The Turkish Connection
Matt Yildizlar, B.S. ’87, creates valuable educational opportunities for Turkish students attending UB
Story by Clare O’Shea, M.A. ’87 & B.A. ’84
Photo by Richard Freeda
Yildizlar was intrigued. Keles had overcome incredible odds to get this far. He was from Duzce, which had been devastated by a 1999 earthquake. How had he learned to write English when he could hardly speak it? Yildizlar switched to Turkish. Soon he learned that after Keles’s school had been demolished, he got himself online at the library and spent the next couple of years meeting people in English-language chat rooms.
“I said, ‘Here’s a kid from a small town, with so much drivewe’ve got to give him a chance,’” Yildizlar recounts. The panel agreed, on the condition that he first earn good grades in UB’s English Language Institute. Keles was one of two students who won scholarships that day, and, Yildizlar says with delight, “He’s done fabulously and started his first semester at UB in January.”
This is just the sort of story that energizes Yildizlar. In Keles, he was able to see a hidden opportunitywhich exercised his entrepreneurial mindand help a fellow Turk. What’s more, he could give back to UB.
Now an American citizen, Ahmet “Matt” H. Yildizlar, 39, is managing partner of Star Venture Group (www.starvg.com), a successful financial and consulting services company. On a leisurely afternoon at his home in Greenwich, CT, he talked about his career, his time at UB, and the near-death experience that turned his life around.
Born in Istanbul, Yildizlar grew up in Turkey and London, then moved to Buffalo at 18. At UB, he played varsity soccer and took business courses while he tried to figure out what he wanted to do. “I had this entrepreneurial side to me,” says Yildizlar, who used to sell books on the street when he was a boy. “I was a bit of a dreamer.”
A marketing class taught by Professor Paul Sauer kindled the fire. Sauer asked his students to come up with an idea and sell it to the rest of the class. Drive-through grocery shopping was Yildizlar’s first idea; he and some classmates also tried to market a filmless camera. “Back then it was a great idea,” Yildizlar says with a laugh. “In later years, the four of us joked that we were pioneers.”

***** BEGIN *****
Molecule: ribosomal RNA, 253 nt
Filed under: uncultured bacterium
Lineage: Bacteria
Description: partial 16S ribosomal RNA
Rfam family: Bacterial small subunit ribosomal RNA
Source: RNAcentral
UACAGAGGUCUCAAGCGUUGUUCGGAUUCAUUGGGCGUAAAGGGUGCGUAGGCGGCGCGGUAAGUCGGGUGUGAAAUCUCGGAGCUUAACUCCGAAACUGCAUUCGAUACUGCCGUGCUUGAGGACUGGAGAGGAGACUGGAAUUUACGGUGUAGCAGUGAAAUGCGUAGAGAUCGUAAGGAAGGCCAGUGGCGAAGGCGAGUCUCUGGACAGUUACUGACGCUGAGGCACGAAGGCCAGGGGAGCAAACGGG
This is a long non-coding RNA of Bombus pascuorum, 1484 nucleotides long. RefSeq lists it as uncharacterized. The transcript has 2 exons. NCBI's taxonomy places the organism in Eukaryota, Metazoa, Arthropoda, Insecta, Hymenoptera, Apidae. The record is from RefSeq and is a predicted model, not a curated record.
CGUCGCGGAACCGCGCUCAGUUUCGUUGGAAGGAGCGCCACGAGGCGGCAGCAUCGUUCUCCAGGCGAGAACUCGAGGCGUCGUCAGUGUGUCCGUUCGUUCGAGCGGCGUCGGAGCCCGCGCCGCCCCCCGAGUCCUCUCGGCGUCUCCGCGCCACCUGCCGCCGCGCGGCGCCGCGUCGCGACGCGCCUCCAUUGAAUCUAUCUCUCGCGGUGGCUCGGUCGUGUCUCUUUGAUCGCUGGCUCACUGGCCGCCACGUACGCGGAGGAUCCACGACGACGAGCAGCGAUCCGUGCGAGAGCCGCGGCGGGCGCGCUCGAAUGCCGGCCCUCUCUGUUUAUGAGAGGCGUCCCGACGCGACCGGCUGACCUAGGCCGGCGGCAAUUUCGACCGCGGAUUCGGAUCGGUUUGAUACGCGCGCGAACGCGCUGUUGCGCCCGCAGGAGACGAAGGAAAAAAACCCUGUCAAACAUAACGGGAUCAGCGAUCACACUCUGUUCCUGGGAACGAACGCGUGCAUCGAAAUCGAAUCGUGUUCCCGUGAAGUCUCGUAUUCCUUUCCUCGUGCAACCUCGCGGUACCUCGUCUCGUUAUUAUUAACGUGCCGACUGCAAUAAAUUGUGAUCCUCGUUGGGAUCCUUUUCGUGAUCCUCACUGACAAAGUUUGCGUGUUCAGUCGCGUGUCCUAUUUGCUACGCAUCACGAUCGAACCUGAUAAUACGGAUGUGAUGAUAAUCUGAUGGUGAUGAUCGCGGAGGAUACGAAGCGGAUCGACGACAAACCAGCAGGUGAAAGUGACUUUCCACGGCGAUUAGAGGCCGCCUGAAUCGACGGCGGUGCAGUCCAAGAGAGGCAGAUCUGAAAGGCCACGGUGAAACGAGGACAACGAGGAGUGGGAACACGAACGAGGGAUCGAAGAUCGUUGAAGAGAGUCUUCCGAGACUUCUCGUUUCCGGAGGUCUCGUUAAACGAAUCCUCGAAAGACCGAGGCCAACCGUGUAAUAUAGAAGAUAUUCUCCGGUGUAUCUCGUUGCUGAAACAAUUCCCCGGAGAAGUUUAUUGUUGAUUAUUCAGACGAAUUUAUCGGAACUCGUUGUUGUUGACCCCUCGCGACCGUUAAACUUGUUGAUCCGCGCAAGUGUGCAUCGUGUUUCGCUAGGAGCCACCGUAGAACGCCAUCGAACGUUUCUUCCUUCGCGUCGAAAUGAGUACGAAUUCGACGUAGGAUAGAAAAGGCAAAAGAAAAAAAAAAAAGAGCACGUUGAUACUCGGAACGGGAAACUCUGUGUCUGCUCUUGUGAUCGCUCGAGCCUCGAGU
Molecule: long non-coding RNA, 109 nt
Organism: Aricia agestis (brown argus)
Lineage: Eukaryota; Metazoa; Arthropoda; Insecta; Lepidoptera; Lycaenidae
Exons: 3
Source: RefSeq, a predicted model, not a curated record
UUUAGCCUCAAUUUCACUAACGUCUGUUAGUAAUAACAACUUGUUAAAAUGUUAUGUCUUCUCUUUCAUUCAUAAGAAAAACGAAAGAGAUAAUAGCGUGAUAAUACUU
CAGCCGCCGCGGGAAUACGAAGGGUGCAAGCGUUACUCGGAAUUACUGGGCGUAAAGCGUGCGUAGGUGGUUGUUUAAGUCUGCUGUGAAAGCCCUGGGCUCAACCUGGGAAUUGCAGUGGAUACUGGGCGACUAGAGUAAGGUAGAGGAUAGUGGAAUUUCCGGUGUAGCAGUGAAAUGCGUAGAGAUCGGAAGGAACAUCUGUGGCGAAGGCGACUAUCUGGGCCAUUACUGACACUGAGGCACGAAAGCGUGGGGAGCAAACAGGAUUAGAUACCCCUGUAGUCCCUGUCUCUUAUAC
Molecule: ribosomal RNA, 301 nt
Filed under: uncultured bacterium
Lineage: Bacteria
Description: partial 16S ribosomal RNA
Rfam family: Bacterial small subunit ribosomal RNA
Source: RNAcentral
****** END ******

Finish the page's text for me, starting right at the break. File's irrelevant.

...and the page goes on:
This kind of innovation thrilled Yildizlar, but he was also a realist. His father, who made a mark as chair of Unilever-Turkey, urged him to try the corporate world, so after graduation Matt went off to Istanbul to work for a Unilever subsidiary. He was 25, had just proposed to his girlfriend, Melanie, and was working and playing hard. Then, one winter morning in 1988, he was driving down a country road when he was blindsided by another car. By the time the doctors finished taking X rays, they’d counted 47 broken bones. “I was paralyzed for a year on my left side,” Yildizlar says. It took seven years and 14 operations before he could walk without aid.
Weeks in a hospital bed gave him time to think about his life. “When you get so close to death, you realize you have to live every day as if it’s your last,” Yildizlar says. “That accident was the worst thing that happened to me, but it changed my life for the better. It toughened me. I became a bit more selfishin appreciating life and wanting to do the things I really wanted to do.”
Yildizlar tells this dramatic story in his quiet, sunny family room. He looks neither like a zealot who’s had a brush with death nor like one of those supremely confident young entrepreneurs. He’s relaxed and friendly. His children, Alara, 8, and Andrew, 4, come running in to visit. His wifeyes, Melanieevery bit as down to earth as he is, drops in to say hello. Yet even on a weekend, casually dressed, surrounded by his family, Yildizlar has a seriousness about him, a focus and drive that have not only helped him through a long physical recuperation but have defined his career, as well.